Rejuvenation: Researchers want to have defeated aging
Graying men grow dark hair again, their biological clocks turn backwards. Researchers say they have rejuvenated nine people. Can that be true?
Friday, July 12, 2019, Frederick P. Rose Auditorium at New York's Cooper Square. Just before 11 o'clock local time, a man with glasses and mustache comes to the lectern. What he reports to the professional audience, contains a monstrous message: Should confirm what his lecture contains, could start a revolution that would radically change our societies forever. At the end of which man could possibly override the eternal law of life: aging and its own transience.
The speaker is Gregory "Greg" Fahy and medical director at Intervene Immune, a biopharmaceutical company near Los Angeles. Fahy is one of the keynote speakers at the Life Extension Advocacy Foundation (Leaf) Aging Conference this year. Title of his presentation: "Reversing Human Aging Right Now!" In German: reverse human aging, now! That sounds like a full-bodied mission statement from a capital-hungry startup. But Fahy, so the audience must quickly recognize, it means literally and very seriously. For the first time in the history of our species, the lifecycle of humans has been turned back, the scientist explains. A combination of known active ingredients in nine volunteer volunteers allowed the biological age to jump back by two and a half years. Aubrey de Gray, a scrawny man with a beard and perhaps the best known rejuvenation researcher right now, finds strong words right after the presentation: "Impressive" are the results and highly motivating.
It sounds incredible. And always, when something sounds incredible in science, caution is needed. In this case, even extreme caution. In fact, the results that Fahy has come up with are not yet published in a scientific journal. So you have not stood up to the critical scrutiny of peers who need to review the methods and evaluation of the data. This should happen later this year (see info box). In addition, the experimental group is very small: Just nine men - and no woman - have the drugs, a control group does not exist so far.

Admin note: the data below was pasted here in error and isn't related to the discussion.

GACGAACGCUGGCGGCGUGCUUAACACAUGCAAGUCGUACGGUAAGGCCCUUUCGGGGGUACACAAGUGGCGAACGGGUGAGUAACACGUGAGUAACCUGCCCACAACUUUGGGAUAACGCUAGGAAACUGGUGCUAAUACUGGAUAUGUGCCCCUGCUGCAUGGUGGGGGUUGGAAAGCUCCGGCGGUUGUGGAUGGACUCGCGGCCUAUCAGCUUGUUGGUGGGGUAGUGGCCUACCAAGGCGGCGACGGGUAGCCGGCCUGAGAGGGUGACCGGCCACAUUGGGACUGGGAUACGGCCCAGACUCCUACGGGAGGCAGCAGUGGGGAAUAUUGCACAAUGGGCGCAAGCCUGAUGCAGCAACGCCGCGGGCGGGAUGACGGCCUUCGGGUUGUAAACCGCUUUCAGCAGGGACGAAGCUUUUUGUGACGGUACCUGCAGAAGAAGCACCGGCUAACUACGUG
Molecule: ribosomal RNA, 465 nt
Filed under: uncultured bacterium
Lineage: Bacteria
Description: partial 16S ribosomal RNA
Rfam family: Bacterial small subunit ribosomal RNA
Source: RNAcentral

What would that mean for our society?
At the same time, the consequences of such a therapy would be incalculable - and for that reason alone worthwhile reporting: If the findings of the scientists - in addition to the experts of the company were researchers of the University of California in Los Angeles and Stanford University involved - confirm in further studies, could be an era imminent. If physicians had really succeeded in rejuvenating people, what would that mean for our society? Would an era begin when youth becomes a commodity, and the vulnerability of old age loses its terror? And how radically would life planning change, family structures and insurance systems? Does God still need gods when death has died?
The Agony of Aging began in the spring of 2017. In his lab at the University of California, Steve Horvath examined the last blood samples from the nine volunteers. As he had done in the last twelve months. Again with the same result. There was no doubt, the results were clear. Horvath sent her to Intervene Immune, to his colleague Greg Fahy. He also published what he read. This was followed by two years of further analysis and long discussions in the team. At the end there was a decision: they would publish the findings.